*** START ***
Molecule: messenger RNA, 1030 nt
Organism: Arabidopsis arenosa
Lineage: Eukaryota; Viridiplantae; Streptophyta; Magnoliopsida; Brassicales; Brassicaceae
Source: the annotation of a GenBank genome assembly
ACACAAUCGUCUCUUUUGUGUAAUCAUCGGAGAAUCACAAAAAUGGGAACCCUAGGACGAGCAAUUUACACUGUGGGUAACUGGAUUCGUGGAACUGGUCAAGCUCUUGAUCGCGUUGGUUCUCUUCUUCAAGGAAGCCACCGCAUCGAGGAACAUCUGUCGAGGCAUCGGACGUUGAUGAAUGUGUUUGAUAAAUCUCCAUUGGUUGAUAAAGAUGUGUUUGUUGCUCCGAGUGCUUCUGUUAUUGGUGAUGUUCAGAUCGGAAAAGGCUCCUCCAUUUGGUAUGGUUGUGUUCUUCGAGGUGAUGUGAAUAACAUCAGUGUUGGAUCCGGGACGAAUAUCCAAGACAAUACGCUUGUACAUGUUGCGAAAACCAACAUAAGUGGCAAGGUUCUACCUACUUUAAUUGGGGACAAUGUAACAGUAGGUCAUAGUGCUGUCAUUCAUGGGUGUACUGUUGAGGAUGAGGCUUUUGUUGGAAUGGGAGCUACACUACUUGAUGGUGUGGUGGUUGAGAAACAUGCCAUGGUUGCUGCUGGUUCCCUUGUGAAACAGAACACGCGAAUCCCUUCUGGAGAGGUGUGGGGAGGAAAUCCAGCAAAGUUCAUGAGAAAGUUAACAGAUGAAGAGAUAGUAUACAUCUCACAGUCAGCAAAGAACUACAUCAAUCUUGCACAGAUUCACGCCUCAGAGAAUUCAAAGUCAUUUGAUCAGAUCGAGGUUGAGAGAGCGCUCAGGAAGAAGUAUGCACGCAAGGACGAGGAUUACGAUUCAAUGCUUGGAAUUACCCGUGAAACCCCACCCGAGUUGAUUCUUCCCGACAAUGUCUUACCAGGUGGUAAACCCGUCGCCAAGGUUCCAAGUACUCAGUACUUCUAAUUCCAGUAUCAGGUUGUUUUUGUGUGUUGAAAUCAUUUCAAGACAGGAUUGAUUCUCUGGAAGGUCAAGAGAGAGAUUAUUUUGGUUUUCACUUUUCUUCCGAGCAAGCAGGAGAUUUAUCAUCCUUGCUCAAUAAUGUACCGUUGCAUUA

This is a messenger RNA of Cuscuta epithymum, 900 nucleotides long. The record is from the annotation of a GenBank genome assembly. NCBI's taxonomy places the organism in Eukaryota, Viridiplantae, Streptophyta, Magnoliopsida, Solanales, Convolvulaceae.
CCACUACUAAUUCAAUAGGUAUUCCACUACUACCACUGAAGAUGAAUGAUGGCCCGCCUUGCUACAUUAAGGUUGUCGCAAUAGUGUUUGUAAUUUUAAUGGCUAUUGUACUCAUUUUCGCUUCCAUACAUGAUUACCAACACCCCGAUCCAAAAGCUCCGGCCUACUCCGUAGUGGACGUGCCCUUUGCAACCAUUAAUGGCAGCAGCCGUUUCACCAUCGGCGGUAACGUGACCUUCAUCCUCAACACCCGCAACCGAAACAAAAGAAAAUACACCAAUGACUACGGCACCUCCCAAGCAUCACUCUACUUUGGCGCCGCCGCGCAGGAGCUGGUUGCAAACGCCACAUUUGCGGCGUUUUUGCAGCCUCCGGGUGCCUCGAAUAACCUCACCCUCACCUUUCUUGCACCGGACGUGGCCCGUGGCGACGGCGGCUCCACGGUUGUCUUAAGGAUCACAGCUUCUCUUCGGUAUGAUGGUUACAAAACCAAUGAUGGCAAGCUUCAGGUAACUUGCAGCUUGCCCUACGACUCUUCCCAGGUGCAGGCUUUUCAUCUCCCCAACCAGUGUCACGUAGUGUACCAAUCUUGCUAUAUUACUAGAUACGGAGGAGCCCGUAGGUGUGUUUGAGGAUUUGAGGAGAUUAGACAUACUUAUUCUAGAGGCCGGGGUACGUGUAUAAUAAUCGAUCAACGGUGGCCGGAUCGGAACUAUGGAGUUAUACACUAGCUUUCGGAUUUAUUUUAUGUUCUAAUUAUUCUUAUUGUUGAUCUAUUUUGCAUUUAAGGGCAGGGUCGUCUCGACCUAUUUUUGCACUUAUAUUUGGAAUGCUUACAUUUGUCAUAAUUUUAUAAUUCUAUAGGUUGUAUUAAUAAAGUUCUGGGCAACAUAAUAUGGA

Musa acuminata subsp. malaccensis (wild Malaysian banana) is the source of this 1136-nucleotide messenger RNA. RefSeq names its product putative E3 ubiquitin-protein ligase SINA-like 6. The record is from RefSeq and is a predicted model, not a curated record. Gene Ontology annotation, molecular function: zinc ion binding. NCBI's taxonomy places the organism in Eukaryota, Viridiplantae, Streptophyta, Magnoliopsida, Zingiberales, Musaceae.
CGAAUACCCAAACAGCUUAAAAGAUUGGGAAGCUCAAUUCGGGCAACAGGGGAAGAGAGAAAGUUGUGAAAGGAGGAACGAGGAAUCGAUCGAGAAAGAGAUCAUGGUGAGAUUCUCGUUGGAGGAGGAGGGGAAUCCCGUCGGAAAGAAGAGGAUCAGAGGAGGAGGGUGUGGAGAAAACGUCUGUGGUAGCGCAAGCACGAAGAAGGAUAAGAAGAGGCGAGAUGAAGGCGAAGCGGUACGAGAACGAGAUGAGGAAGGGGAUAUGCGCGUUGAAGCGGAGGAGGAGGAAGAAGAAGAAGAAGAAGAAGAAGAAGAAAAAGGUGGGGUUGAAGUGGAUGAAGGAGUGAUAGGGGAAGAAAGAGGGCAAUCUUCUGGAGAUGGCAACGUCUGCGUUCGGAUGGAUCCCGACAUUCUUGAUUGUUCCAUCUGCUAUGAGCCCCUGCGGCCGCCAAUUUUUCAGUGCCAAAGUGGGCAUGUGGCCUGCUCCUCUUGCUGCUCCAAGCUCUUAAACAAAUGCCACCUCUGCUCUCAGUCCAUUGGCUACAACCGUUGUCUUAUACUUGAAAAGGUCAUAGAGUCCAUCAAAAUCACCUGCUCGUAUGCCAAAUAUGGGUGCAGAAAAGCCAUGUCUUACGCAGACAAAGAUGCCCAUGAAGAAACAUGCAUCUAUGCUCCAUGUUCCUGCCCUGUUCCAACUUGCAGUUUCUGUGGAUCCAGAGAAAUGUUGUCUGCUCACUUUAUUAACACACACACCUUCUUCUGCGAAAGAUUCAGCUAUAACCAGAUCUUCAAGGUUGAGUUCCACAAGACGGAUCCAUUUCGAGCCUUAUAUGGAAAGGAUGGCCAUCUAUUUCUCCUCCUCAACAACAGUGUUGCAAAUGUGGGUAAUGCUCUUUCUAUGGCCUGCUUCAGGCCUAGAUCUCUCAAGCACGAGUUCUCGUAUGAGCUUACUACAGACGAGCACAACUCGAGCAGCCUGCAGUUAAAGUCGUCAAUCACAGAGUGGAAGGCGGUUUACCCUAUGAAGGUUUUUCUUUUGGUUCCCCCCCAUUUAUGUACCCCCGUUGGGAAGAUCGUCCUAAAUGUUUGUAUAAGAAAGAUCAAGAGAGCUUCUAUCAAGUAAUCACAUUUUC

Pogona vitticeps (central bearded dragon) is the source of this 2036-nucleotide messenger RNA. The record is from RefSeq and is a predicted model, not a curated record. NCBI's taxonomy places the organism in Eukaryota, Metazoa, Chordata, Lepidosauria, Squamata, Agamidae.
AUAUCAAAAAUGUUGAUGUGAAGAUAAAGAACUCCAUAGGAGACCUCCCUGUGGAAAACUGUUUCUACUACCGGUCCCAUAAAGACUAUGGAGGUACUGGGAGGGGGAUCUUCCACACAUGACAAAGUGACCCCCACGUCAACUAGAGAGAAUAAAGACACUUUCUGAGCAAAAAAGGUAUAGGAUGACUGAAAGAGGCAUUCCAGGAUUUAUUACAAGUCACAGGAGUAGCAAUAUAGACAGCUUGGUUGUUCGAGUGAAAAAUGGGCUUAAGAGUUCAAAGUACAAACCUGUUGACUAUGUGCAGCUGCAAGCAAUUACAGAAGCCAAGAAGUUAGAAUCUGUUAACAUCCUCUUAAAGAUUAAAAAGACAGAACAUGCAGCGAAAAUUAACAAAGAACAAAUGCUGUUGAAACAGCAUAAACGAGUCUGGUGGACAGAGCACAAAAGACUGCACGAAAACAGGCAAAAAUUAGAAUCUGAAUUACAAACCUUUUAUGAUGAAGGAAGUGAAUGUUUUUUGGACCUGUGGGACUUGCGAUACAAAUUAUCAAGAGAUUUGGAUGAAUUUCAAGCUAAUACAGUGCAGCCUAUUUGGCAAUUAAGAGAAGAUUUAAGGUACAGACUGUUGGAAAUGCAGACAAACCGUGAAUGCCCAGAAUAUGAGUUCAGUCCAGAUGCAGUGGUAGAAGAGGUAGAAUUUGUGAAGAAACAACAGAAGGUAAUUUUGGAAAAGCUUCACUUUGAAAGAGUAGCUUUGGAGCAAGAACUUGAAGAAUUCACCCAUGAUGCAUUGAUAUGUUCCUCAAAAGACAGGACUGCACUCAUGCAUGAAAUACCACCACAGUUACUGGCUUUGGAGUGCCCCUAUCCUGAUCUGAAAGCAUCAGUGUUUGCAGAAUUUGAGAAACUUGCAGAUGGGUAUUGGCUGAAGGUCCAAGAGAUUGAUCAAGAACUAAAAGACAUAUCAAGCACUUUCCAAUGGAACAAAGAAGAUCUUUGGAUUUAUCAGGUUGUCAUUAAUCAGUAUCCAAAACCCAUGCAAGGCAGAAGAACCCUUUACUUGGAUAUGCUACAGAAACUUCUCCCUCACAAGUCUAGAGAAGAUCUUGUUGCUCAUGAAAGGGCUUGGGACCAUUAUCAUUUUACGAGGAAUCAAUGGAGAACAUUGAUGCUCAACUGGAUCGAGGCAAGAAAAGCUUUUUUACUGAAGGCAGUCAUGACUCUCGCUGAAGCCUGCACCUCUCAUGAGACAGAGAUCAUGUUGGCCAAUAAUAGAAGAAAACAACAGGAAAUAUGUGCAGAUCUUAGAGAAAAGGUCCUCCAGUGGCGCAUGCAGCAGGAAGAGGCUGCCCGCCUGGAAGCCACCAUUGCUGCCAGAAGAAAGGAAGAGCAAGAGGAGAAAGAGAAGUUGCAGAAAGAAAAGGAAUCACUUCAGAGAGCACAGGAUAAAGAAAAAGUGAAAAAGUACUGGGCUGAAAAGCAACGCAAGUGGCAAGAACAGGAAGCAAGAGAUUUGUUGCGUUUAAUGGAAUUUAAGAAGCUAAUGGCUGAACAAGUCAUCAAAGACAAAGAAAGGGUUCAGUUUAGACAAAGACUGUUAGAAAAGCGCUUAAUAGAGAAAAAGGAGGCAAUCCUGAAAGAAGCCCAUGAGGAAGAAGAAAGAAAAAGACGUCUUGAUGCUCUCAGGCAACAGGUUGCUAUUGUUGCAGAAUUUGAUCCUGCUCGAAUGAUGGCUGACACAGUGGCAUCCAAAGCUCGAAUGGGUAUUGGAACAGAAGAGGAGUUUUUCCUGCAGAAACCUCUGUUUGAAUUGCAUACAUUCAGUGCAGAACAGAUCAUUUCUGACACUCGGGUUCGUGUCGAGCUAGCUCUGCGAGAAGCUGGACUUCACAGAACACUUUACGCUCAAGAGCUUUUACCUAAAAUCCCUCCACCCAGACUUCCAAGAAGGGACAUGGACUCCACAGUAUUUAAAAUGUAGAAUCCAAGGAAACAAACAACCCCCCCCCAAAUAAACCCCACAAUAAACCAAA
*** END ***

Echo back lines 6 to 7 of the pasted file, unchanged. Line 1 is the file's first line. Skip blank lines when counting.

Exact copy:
This is a messenger RNA of Cuscuta epithymum, 900 nucleotides long. The record is from the annotation of a GenBank genome assembly. NCBI's taxonomy places the organism in Eukaryota, Viridiplantae, Streptophyta, Magnoliopsida, Solanales, Convolvulaceae.
CCACUACUAAUUCAAUAGGUAUUCCACUACUACCACUGAAGAUGAAUGAUGGCCCGCCUUGCUACAUUAAGGUUGUCGCAAUAGUGUUUGUAAUUUUAAUGGCUAUUGUACUCAUUUUCGCUUCCAUACAUGAUUACCAACACCCCGAUCCAAAAGCUCCGGCCUACUCCGUAGUGGACGUGCCCUUUGCAACCAUUAAUGGCAGCAGCCGUUUCACCAUCGGCGGUAACGUGACCUUCAUCCUCAACACCCGCAACCGAAACAAAAGAAAAUACACCAAUGACUACGGCACCUCCCAAGCAUCACUCUACUUUGGCGCCGCCGCGCAGGAGCUGGUUGCAAACGCCACAUUUGCGGCGUUUUUGCAGCCUCCGGGUGCCUCGAAUAACCUCACCCUCACCUUUCUUGCACCGGACGUGGCCCGUGGCGACGGCGGCUCCACGGUUGUCUUAAGGAUCACAGCUUCUCUUCGGUAUGAUGGUUACAAAACCAAUGAUGGCAAGCUUCAGGUAACUUGCAGCUUGCCCUACGACUCUUCCCAGGUGCAGGCUUUUCAUCUCCCCAACCAGUGUCACGUAGUGUACCAAUCUUGCUAUAUUACUAGAUACGGAGGAGCCCGUAGGUGUGUUUGAGGAUUUGAGGAGAUUAGACAUACUUAUUCUAGAGGCCGGGGUACGUGUAUAAUAAUCGAUCAACGGUGGCCGGAUCGGAACUAUGGAGUUAUACACUAGCUUUCGGAUUUAUUUUAUGUUCUAAUUAUUCUUAUUGUUGAUCUAUUUUGCAUUUAAGGGCAGGGUCGUCUCGACCUAUUUUUGCACUUAUAUUUGGAAUGCUUACAUUUGUCAUAAUUUUAUAAUUCUAUAGGUUGUAUUAAUAAAGUUCUGGGCAACAUAAUAUGGA